Estimates suggest that health care quality waste and inefficiency waste may account for more than 50 percent of all American health care expenditures. The Midwest Business Group on Health has estimated that 30 percent of health care costs are for waste, and the average cost of poor quality care per patient per year is $1,500. Growing pressure on health care costs have generated an interest in quality and inefficiency waste as means to control costs and possibly expand health care access while maintaining high health care quality given waste projections such as these. However, theory and estimates do not always translate into practice.

As a first step, we examined the peer-reviewed medical literature, seeking instances showing quality waste and inefficiency waste mechanisms at work within current American health care delivery. Our aim was to see whether such phenomena exist in practice as well as theory and to get some preliminary sense of their possible scale and, hence, potential. The findings from this preliminary search suggested that there is good evidence that quality waste and inefficiency are common in health care delivery and that attacking them can produce significant cost savings (at least as illustrated by individual projects where this occurred; for example, Ovretveit, 2004a, b).

Key leaders from our partner IDSs affirmed the need to address this problem. The literature and leading researchers have spoken in an abstract sense for years about making health care more efficient and eliminating waste without giving clear direction on how to identify such improvement opportunities. Quotes from senior executives in our partner IDSs illustrate the situation:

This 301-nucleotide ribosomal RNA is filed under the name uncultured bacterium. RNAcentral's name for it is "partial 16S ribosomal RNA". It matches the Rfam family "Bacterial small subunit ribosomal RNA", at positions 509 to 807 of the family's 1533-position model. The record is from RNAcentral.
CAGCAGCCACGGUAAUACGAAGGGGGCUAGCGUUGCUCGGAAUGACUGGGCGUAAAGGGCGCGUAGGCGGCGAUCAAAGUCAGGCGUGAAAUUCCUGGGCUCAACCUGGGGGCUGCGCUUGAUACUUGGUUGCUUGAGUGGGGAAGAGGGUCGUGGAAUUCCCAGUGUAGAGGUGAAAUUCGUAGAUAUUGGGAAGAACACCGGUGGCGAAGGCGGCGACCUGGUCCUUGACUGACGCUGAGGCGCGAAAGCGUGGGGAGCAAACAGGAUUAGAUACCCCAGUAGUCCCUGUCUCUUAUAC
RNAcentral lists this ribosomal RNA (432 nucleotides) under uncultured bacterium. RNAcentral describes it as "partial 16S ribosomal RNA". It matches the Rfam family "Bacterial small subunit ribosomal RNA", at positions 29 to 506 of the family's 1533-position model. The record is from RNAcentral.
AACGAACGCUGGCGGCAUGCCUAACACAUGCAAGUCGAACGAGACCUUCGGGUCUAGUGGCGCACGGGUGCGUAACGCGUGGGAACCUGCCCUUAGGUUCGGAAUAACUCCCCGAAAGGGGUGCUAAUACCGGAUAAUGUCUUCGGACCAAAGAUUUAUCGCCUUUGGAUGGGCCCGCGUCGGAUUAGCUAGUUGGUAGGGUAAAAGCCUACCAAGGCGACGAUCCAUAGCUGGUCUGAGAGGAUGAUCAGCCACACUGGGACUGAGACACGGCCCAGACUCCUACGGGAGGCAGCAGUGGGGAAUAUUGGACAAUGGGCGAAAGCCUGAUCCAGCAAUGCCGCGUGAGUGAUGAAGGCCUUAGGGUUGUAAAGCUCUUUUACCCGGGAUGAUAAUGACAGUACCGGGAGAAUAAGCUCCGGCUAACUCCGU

• "Patient injuries are expensive. Any class of patient safety is going to be part of this."
  • "This idea of leveraging waste elimination creates capacity. Because of growth in potentially avoidable medical admissions, you are canceling elective surgeries."
  • "We own a health plan that covers over 10 percent of our admissions. The health plan is more profitable if the hospital has less waste. More admissions and shorter length of stay with higher quality. Waste has a negative correlation with quality items."

With this in mind, we set out to construct an organizing framework for considering quality waste and inefficiency in health care that builds on existing constructs. The end point of this effort is intended to produce a toolset for eliminating/mitigating quality waste and/or inefficiency in health care and to provide a more refined set of waste/poor quality estimates to guide efforts to extract underutilized resources in hospitals.

Section 2 presents our aims, the context for this work, and our resultant organizing framework.
In Section 3, we illustrate how current approaches have addressed the problem of waste/poor quality and present specific examples of these estimates.

Current as of September 2008
Internet Citation: Section 1. Overview and Background: Cost of Poor Quality or Waste in Integrated Delivery System Settings. September 2008. Agency for Healthcare Research and Quality, Rockville, MD. http://www.ahrq.gov/research/findings/final-reports/costpqids/costpqids1.html